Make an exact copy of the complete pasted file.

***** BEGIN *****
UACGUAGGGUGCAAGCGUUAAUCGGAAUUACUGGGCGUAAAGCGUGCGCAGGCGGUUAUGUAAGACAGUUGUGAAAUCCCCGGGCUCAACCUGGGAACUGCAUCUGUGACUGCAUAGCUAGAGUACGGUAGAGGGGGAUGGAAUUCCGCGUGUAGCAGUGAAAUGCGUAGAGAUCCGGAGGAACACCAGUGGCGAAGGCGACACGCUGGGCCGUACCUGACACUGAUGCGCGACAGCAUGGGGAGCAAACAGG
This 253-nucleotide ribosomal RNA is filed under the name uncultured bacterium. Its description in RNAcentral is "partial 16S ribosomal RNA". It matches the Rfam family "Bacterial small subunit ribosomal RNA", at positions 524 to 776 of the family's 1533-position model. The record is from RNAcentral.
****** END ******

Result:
UACGUAGGGUGCAAGCGUUAAUCGGAAUUACUGGGCGUAAAGCGUGCGCAGGCGGUUAUGUAAGACAGUUGUGAAAUCCCCGGGCUCAACCUGGGAACUGCAUCUGUGACUGCAUAGCUAGAGUACGGUAGAGGGGGAUGGAAUUCCGCGUGUAGCAGUGAAAUGCGUAGAGAUCCGGAGGAACACCAGUGGCGAAGGCGACACGCUGGGCCGUACCUGACACUGAUGCGCGACAGCAUGGGGAGCAAACAGG
This 253-nucleotide ribosomal RNA is filed under the name uncultured bacterium. Its description in RNAcentral is "partial 16S ribosomal RNA". It matches the Rfam family "Bacterial small subunit ribosomal RNA", at positions 524 to 776 of the family's 1533-position model. The record is from RNAcentral.